Oyster Reef Breakwater Restoration Project on Alabama’s Gulf Coast
Oyster reef habitat has disappeared from much of the Gulf Coast. These reefs absorb wave energy, protecting shorelines from erosion and providing habitat for a variety of wildlife. The Nature Conservancy in Alabama conducted a project to restore this habitat to two tracts of shoreline in Mobile County. This 2009-2012 project created jobs and stabilized currently eroding shorelines, which are threatened by rising sea levels and storm surge.
Storms, such as Hurricanes Ivan and Katrina, have degraded shoreline habitats along the Gulf Coast of the United States and caused major economic and job losses in coastal Alabama. The Nature Conservancy (TNC) in Alabama initiated an oyster reef habitat restoration project in Mobile County in 2009. Typical shoreline hardening measures in the area include structures like bulkheads, seawalls, and jetties, which are used to stabilize shorelines but can alter and degrade habitat as well. This project was designed to create a natural, “living shoreline” of Crassostrea virginica oysters in order to restore an economically and ecologically important habitat to the state’s coast.
Oyster reefs are three dimensional habitats and serve many ecological functions; they can reduce shoreline erosion, create habitat for other species (fish, crabs, birds), and improve water quality by filtering nutrients and sediments. This habitat has essentially disappeared from Alabama’s coasts as a result of overfishing, pollution, disease, and storms. Oyster reefs serve as natural coastal buffers to protect shorelines by breaking down wave energy, so restoration of this habitat can help protect the coast from the likely increases in storm surges and sea level rise expected with climate change. This project aimed to:
- restore oyster habitat and its associated ecological services;
- stabilize and restore approximately 1500 meters of shoreline; and
- create 30–40 fishery and restoration related jobs for south Mobile County.
Three different restoration techniques were used at two locations in the state – Mobile Bay and Portersville Bay.
TNC received a $2.9 million, two-year grant from the National Oceanic and Atmospheric Administration through the American Recovery and Reinvestment Act (ARRA) to restore oyster habitat. With assistance from the Dauphin Island Sea Lab (DISL), Alabama Department of Conservation and Natural Resources State Lands Division, National Wildlife Federation, and countless volunteers, TNC used three different restoration techniques to create structures upon which oyster could seed and build over two acres of land. These techniques included bagged oyster shells, reef balls, and ReefBLKSM cages; each of these were placed along 500 meters of shoreline, totaling 1500 meters. Project leads also conducted physical and biological monitoring of the sites to measure success, and outreach to stakeholders, including the development of lesson plans for DISL’s K-12 and teacher training workshops, an outdoor restoration display, and outdoor signage near both reef sites.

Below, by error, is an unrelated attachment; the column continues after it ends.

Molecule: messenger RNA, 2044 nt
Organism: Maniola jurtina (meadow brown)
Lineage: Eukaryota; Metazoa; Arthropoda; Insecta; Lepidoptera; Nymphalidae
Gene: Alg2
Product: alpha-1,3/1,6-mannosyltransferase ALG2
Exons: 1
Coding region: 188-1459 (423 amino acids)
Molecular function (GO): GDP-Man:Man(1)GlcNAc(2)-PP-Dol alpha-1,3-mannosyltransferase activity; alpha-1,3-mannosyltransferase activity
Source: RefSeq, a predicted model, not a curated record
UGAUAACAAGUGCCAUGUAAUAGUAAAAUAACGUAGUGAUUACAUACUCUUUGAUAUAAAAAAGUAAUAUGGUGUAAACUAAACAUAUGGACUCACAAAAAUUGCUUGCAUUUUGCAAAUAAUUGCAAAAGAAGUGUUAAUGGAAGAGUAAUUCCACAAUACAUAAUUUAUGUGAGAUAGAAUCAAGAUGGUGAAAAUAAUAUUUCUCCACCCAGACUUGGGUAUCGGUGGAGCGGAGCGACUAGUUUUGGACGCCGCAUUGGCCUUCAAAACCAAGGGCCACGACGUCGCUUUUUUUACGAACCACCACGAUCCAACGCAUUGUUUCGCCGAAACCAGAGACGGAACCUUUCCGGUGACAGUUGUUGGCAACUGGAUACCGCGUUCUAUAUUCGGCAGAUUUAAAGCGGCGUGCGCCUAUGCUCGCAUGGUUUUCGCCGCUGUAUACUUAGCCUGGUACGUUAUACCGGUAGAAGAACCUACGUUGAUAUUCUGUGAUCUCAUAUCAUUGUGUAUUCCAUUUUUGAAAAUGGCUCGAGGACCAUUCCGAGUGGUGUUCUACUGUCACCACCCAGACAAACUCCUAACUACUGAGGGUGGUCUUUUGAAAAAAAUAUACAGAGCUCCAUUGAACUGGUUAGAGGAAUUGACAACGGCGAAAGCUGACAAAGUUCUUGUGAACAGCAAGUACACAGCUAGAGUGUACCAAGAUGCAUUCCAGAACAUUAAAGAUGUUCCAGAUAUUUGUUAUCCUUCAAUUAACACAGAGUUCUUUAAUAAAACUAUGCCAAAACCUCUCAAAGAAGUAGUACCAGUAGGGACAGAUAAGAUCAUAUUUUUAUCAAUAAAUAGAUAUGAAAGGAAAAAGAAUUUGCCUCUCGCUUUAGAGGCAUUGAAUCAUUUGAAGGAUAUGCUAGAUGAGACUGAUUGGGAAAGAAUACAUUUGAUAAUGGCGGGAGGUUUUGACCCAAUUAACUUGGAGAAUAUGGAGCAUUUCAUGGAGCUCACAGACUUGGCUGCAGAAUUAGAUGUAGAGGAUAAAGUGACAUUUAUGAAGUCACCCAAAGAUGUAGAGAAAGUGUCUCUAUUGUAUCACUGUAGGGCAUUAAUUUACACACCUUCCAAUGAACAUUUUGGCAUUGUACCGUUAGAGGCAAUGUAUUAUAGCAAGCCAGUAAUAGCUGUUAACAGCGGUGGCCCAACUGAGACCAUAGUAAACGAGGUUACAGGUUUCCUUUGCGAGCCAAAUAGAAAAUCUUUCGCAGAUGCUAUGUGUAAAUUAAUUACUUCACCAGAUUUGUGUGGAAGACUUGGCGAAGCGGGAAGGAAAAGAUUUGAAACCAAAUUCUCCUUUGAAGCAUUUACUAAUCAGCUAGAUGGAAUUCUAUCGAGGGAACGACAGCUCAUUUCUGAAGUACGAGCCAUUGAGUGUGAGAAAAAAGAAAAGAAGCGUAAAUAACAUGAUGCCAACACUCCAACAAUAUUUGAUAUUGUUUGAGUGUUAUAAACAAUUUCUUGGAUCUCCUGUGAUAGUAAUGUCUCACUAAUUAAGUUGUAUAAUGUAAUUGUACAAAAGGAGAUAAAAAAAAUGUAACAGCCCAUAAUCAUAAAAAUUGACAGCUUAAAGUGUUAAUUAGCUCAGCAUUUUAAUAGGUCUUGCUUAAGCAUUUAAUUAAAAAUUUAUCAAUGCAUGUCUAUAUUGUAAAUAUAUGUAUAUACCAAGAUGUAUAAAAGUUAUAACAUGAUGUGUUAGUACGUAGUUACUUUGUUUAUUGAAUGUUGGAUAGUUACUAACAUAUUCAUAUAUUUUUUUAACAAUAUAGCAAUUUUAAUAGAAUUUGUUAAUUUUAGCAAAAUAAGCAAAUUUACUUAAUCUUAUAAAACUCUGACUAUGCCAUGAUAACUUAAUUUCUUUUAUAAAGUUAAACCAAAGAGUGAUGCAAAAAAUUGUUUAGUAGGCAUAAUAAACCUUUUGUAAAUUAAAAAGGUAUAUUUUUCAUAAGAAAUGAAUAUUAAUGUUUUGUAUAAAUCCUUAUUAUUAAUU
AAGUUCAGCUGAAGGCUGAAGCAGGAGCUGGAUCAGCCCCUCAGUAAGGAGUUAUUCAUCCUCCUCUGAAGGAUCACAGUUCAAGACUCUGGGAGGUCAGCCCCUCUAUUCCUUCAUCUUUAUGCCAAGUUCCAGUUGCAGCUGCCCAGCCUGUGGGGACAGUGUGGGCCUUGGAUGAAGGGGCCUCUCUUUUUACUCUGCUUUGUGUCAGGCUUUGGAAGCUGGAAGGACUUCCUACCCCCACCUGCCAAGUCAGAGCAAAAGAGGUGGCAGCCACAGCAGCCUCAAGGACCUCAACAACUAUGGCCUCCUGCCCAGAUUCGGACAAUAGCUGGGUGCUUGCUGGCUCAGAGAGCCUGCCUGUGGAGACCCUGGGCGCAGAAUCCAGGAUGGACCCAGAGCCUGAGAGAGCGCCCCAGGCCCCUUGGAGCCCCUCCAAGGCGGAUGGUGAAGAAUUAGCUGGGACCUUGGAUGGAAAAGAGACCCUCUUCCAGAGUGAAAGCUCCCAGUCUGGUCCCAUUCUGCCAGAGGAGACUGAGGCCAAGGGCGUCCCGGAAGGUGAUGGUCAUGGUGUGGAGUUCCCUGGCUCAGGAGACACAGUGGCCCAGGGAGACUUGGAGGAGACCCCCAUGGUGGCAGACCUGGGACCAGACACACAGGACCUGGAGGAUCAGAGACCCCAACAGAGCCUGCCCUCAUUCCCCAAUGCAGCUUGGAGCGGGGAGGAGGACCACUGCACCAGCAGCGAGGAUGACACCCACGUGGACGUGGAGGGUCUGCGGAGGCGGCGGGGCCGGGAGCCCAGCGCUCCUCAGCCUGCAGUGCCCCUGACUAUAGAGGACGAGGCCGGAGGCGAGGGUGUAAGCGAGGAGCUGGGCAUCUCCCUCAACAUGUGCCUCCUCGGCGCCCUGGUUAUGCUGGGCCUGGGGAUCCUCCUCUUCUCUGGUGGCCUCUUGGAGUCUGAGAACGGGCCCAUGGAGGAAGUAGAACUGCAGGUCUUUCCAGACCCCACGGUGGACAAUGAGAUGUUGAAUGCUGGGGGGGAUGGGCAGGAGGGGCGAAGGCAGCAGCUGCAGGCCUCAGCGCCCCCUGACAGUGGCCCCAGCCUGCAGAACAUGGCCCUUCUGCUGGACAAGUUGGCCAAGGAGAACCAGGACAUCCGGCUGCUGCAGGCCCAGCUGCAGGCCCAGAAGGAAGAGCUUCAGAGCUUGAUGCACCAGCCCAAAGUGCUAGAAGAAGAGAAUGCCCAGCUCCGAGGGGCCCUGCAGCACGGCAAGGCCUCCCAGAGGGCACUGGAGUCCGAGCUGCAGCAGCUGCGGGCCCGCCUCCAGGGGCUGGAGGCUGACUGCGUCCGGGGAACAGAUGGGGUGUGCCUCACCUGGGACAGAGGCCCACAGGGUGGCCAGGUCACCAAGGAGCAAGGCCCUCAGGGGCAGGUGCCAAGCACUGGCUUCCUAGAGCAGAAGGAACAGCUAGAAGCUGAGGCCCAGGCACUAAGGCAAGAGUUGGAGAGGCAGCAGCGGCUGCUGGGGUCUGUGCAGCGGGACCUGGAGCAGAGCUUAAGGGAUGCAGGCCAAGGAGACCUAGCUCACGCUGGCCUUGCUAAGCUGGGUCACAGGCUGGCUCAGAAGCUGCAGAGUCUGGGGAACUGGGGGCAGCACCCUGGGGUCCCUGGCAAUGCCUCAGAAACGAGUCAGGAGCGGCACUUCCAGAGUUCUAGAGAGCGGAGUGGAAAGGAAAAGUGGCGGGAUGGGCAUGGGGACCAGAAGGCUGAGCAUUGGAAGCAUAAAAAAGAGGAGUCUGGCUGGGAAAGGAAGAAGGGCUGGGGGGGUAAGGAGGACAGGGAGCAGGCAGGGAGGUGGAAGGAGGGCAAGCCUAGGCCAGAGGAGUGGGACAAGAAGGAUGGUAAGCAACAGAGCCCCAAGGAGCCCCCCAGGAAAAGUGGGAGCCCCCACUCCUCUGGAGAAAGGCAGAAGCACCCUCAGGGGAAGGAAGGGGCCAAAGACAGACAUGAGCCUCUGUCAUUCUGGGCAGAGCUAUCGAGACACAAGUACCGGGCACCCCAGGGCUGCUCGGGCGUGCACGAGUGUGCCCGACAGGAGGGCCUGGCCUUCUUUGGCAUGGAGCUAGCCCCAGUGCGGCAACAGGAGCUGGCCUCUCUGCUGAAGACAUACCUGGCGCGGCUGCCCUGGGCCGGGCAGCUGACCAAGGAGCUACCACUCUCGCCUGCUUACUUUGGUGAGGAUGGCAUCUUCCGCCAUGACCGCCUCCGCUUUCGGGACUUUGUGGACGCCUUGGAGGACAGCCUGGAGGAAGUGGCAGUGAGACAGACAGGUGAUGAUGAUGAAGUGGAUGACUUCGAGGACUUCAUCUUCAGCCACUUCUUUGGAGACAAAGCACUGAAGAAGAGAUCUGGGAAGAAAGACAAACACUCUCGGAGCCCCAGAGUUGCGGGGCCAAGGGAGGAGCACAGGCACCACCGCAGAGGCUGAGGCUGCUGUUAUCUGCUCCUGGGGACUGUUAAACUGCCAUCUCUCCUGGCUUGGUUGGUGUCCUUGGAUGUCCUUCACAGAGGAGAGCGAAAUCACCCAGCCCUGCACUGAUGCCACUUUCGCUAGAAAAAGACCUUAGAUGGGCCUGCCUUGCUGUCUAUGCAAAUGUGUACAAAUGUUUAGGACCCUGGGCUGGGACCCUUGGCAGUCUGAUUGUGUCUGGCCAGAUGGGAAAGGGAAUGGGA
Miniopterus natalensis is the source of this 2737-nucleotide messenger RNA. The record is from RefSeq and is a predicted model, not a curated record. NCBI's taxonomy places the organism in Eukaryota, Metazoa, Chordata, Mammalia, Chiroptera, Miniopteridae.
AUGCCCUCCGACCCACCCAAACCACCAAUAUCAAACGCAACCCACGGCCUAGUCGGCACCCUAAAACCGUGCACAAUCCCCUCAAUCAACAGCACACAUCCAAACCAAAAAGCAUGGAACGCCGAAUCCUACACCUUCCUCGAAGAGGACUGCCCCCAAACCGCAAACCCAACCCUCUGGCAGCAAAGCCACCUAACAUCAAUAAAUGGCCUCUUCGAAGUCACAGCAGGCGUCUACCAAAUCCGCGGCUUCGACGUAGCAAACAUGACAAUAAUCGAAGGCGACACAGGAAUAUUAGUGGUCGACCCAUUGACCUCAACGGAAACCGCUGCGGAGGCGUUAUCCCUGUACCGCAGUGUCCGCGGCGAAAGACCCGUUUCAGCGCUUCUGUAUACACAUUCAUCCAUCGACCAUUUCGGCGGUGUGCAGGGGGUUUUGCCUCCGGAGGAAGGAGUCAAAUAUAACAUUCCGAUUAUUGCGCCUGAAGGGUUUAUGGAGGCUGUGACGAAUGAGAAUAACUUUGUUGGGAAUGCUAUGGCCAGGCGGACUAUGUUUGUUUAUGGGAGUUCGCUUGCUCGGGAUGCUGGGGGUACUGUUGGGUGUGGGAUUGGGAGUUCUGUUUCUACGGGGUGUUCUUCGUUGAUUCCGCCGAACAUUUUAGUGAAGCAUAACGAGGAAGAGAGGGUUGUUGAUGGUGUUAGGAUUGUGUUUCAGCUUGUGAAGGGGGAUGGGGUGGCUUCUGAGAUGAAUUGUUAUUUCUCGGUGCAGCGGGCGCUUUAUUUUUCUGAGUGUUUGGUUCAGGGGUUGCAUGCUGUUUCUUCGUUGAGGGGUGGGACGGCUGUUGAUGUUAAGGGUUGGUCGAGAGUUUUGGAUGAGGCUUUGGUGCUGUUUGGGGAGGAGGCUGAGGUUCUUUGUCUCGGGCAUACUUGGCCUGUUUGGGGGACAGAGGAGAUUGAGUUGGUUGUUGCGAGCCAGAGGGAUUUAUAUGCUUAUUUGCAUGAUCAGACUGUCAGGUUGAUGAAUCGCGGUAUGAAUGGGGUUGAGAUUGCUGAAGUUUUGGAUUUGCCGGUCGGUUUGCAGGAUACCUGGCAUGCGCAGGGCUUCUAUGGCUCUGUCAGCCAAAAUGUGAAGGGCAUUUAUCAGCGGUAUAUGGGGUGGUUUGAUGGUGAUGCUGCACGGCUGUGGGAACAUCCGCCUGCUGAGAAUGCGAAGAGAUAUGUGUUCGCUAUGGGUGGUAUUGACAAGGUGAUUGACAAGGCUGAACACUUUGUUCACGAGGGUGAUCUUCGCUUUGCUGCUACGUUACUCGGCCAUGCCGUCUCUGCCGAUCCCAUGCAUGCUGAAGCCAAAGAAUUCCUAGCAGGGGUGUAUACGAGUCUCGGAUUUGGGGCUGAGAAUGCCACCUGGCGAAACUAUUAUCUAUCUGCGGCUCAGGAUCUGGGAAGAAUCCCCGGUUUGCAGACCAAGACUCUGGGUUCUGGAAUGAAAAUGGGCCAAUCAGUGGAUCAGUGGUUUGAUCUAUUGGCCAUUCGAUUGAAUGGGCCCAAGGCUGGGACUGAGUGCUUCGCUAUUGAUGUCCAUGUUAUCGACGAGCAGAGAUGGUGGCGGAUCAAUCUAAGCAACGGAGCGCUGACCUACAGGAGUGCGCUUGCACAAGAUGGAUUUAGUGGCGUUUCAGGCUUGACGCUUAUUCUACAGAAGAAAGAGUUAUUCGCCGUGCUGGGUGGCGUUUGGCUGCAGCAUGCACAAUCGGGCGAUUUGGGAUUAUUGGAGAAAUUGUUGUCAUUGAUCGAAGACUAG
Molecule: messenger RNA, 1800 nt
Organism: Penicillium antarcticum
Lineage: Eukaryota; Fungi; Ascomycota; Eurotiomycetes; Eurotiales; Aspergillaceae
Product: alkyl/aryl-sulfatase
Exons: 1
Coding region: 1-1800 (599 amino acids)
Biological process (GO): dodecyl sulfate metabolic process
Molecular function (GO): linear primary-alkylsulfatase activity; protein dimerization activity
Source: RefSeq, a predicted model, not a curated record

Outcomes and Conclusions
Despite a four-month delay due to the April 2010 Deepwater Horizon accident, the project team created three acres of oyster reef along two miles of shoreline, and 30 acres of habitat for marsh and seagrass between November 2009 and September 2012. The project took approximately 50,000 man hours to complete, create over 30 full-time jobs, and contributed to the paychecks of over 100 scientists, engineers, laborers (including local fishermen and others displaced by the Deepwater Horizon oil spill), and project coordinators in coastal Alabama.
The success of this project has spurred the creation of a long-term program to promote economic growth and coastal resilience in the region. The 100-1000: Restore Coastal Alabama coalition aims to build 100 miles of oyster reefs and cultivate the growth of 1,000 acres of marsh and seagrass in order to:
- Provide habitat for oyster larvae;
- Serve as nursery habitat for commercial and recreational fish species (e.g., shrimp, blue crab, southern flounder);
- Buffer wave energy and shoreline erosion; and
- Stabilize sediments.
The coalition includes 30 public and private partners such as TNC-Alabama, Alabama Coastal Foundation, Dauphin Island Sea Lab, Mobile Baykeeper, The Ocean Foundation, University of South Alabama, and other local, state, and federal agencies.
Gregg, R.M. (2010). Oyster Reef Breakwater Restoration Project on Alabama's Gulf Coast [Case study on a project of The Nature Conservancy - Alabama]. Product of EcoAdapt's State of Adaptation Program. Retrieved from CAKE: www.cakex.org/case-studies/oyster-reef-breakwater-restoration-project-al... (Last updated February 2015)